Vedanta's finance thief makes off with Anglo American paybackPublished by MAC on 2019-07-31
Source: Bloomberg, Reuters
Anil Agarwal - head honcho for Vedanta Ltd - has finally sold out of one of the world's largest mining companies, UK-listed Anglo American Plc.
Speculation that he might intend to acquire the firm when the time was 'ripe', has now been dismissed, as the intricate web of profiteering manipulations by hedge funds, his family trust Volcan - not to mention international banker JP Morgan Chase - is exposed.
Billionaire Anil Agarwal’s Anglo American trade a gold mine
26 July 2019
Indian billionaire Anil Agarwal may be calling off his charge at Anglo American Plc – but he, his adviser JPMorgan Chase & Co., and the hedge funds that financed him can at least console themselves with the profits they made. The only people who were exposed to any real risk in the adventure look to have been Anglo’s shareholders.
Agarwal acquired a roughly 20% stake in 2017, shelling out barely any cash himself. The shares were acquired almost entirely from hedge funds who had borrowed them from other investors, with JPMorgan acting as broker. In return, the funds received an unusual bond issued by the billionaire’s investment vehicle, which would be repaid in the Anglo shares he had acquired. Notably, the structure limited the tycoon’s exposure to the ups and downs of Anglo’s share price.
Both sides have done well out of this. First, Agarwal. He has had to pay roughly 420 million pounds ($521 million) of coupons on the bonds. If his Anglo shares went up a lot – as they did – the terms allowed him to keep nearly 10% of his holding on redemption, which was announced on Thursday. On Friday, he sold that residual holding for almost 520 million pounds.
His 100 million-pound profit looks to be a 24% gain. But the internal rate of return will be much higher because he didn’t have to shell out of those coupons on day one.
The hedge funds weren’t taking much risk either. Having borrowed Anglo shares and sold them to Agarwal, their profit came from the coupon. The Anglo shares received on redemption would – broadly – cover their short position in the miner’s stock. Like the billionaire, the hedge funds would have put down very little capital in the trade. Their main risk was that the coupons wouldn’t get paid. But it would have [been] astonishing if Agarwal had defaulted.
JPMorgan’s fees aren’t clear. But the huge amount of ancillary banking activity here – effectively the stage management of the whole operation – is a fee in itself.
That leaves Anglo’s rank-and-file shareholders. The stock price has risen 76% since Agarwal popped up, so they seem well-rewarded. Some of them will have also received fees for lending out their stock. But of all the protagonists they were the only ones with direct exposure to the share price.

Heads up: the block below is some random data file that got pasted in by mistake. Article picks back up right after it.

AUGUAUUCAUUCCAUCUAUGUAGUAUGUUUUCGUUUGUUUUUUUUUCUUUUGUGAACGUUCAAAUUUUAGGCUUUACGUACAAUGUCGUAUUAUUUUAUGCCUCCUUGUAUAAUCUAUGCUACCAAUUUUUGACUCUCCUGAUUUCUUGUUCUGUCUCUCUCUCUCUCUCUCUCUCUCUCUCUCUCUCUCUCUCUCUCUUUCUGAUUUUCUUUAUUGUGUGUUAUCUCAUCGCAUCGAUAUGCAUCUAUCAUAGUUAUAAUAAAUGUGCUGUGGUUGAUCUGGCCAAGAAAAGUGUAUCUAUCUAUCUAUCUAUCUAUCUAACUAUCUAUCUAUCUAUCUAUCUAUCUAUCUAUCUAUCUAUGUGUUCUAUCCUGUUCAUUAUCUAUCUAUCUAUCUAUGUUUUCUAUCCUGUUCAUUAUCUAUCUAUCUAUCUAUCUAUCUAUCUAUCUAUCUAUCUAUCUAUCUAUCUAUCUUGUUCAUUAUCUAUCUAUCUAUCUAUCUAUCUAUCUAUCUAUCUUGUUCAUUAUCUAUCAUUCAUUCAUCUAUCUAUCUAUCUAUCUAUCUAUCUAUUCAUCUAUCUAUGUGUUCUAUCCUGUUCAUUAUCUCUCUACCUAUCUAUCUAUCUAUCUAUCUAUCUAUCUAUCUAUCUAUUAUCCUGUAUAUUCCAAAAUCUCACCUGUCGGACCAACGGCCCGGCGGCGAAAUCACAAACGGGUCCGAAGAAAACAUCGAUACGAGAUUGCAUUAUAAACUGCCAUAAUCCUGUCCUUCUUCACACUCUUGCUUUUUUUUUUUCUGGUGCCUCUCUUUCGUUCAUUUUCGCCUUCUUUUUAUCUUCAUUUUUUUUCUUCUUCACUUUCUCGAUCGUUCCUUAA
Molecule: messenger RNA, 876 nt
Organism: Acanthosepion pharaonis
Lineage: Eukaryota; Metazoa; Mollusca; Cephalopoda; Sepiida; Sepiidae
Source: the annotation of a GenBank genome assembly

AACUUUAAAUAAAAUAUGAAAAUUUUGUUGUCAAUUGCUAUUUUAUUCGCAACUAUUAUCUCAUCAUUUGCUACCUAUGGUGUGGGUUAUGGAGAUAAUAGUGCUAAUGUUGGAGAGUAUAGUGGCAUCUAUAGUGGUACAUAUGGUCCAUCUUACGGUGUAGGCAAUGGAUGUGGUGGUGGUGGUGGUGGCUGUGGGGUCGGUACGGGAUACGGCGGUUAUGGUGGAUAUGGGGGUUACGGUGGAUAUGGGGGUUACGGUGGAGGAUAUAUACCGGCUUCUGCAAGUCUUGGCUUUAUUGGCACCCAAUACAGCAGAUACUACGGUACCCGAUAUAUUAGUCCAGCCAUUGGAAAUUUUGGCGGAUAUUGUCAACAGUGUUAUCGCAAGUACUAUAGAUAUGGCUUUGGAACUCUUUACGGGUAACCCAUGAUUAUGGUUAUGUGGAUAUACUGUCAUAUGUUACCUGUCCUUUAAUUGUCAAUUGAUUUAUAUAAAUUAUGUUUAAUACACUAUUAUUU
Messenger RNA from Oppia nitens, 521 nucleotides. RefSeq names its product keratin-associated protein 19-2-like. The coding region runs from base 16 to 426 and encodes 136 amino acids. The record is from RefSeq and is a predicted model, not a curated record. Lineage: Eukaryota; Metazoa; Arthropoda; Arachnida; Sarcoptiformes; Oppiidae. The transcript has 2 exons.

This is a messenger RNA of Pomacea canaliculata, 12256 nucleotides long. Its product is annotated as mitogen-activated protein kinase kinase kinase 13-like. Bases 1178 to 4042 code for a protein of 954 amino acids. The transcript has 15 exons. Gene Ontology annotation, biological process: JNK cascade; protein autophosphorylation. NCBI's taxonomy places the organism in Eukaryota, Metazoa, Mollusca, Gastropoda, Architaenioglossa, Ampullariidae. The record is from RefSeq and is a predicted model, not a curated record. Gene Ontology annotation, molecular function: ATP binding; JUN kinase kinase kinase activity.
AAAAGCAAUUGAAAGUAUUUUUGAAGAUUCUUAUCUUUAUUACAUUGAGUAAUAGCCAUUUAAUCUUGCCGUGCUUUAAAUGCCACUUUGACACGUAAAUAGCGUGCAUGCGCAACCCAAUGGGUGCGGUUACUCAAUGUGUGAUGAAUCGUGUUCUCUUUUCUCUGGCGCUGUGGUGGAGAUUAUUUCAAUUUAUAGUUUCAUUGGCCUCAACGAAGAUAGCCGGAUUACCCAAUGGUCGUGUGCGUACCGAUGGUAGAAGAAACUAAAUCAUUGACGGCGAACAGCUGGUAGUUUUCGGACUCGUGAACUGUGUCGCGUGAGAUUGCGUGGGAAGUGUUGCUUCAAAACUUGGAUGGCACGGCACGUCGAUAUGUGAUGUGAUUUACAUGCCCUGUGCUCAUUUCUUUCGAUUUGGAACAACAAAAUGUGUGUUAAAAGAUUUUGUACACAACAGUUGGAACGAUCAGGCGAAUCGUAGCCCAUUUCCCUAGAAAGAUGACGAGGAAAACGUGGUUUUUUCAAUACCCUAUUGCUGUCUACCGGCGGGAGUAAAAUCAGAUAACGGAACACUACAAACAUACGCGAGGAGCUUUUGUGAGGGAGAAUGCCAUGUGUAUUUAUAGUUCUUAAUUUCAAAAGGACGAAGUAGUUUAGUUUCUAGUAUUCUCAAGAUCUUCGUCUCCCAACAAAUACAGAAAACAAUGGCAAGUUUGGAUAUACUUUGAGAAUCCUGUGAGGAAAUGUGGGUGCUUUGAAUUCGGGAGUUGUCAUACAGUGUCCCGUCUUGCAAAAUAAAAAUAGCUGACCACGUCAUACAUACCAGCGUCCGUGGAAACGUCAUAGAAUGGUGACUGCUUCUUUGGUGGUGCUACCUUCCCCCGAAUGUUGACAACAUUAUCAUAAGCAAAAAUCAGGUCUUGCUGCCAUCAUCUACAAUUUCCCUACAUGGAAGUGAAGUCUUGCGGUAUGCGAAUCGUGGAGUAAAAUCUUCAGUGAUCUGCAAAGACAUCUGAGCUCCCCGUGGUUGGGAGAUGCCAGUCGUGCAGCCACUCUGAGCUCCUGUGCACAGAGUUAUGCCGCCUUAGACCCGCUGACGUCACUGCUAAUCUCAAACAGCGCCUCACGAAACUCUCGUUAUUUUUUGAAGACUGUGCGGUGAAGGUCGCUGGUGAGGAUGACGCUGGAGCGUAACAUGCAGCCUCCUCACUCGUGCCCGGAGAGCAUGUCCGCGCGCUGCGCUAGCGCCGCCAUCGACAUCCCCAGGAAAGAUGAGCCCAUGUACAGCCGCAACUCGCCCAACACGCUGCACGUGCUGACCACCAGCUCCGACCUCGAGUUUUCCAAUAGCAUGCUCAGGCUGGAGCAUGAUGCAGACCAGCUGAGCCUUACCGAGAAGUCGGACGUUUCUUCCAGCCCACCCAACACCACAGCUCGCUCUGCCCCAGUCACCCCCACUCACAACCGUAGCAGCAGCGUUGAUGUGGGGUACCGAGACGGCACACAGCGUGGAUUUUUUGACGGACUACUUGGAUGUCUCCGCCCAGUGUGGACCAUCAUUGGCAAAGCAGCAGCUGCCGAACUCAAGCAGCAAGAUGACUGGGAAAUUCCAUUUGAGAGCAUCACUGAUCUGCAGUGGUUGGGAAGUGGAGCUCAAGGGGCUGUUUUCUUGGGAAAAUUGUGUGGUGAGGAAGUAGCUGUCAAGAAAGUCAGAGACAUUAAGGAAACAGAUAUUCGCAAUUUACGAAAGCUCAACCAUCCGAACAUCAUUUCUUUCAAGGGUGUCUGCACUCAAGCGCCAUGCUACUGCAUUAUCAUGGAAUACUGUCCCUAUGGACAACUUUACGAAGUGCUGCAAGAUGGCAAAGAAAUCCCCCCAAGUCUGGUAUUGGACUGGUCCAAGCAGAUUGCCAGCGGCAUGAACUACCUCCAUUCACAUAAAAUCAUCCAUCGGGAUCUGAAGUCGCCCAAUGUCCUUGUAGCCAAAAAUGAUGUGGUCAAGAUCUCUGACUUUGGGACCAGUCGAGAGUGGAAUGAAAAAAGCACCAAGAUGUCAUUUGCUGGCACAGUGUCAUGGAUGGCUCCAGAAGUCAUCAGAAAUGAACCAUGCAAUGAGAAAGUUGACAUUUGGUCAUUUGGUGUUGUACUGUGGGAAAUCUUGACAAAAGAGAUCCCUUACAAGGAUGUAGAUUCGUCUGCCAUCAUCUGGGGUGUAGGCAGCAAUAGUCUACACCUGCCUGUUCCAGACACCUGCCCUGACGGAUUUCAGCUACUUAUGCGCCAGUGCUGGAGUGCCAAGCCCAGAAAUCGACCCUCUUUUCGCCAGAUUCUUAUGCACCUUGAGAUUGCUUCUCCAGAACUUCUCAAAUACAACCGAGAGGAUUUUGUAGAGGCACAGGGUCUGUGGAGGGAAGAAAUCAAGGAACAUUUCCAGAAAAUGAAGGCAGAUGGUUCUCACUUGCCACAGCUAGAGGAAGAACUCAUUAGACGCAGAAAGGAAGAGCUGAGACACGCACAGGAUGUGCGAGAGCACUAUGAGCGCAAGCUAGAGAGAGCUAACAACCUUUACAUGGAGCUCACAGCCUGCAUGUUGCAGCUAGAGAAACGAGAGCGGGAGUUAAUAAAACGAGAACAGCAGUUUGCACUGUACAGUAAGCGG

What’s more, they have suffered a period of uncertainty when it was unclear what Agarwal, with his massive holding, really wanted. They will be relieved that the register is losing an unpredictable force. Their returns are the most deserved.
(By Chris Hughes)
Billionaire Anil Agarwal sells Anglo stake
25 July 2019
Indian billionaire Anil Agarwal, the biggest shareholder in mining company Anglo American, said on Thursday he was divesting the nearly 20% stake he has held since 2017.
Agarwal began buying into Anglo American through a JP Morgan mandatory convertible bond in March 2017 and announced he was buying a second tranche in September 2017, taking his holding in the mining group to a total of 19.3%.
He would have had to make a decision next year on whether to buy the shares or seek to roll over the arrangement, which is effectively a loan.
On Thursday, Agarwal said in a statement the targeted returns had been achieved “even sooner than expected” and Anglo American’s share price had nearly doubled since he began his investment.
He said he had encouraged Anglo to refocus on its South African operations and to position its business for “the many opportunities available in the rapidly growing Indian market”.
Anglo American on Thursday declined to comment.
Earlier in the day it announced its strongest first-half earnings since 2011 and a $1 billion share buyback, its first since 2008.
The bonds issued in 2017 financed a 3.5 billion pound ($1.25 billion) investment by Volcan, Agarwal’s family trust.
After paying back the loan, Agarwal is left with a 1.9% stake in Anglo, which he is selling on the open market, industry sources said.
Agarwal, who is chairman of Vedanta, has always said the stake was an investment, based on his belief in Anglo as a company, for his family trust. He said it was unrelated to Vedanta and he was not planning a takeover bid.
(By Barbara Lewis, Justin George Varghese and Abhinav Ramnarayan; Editing by Jane Merriman and Kirsten Donovan)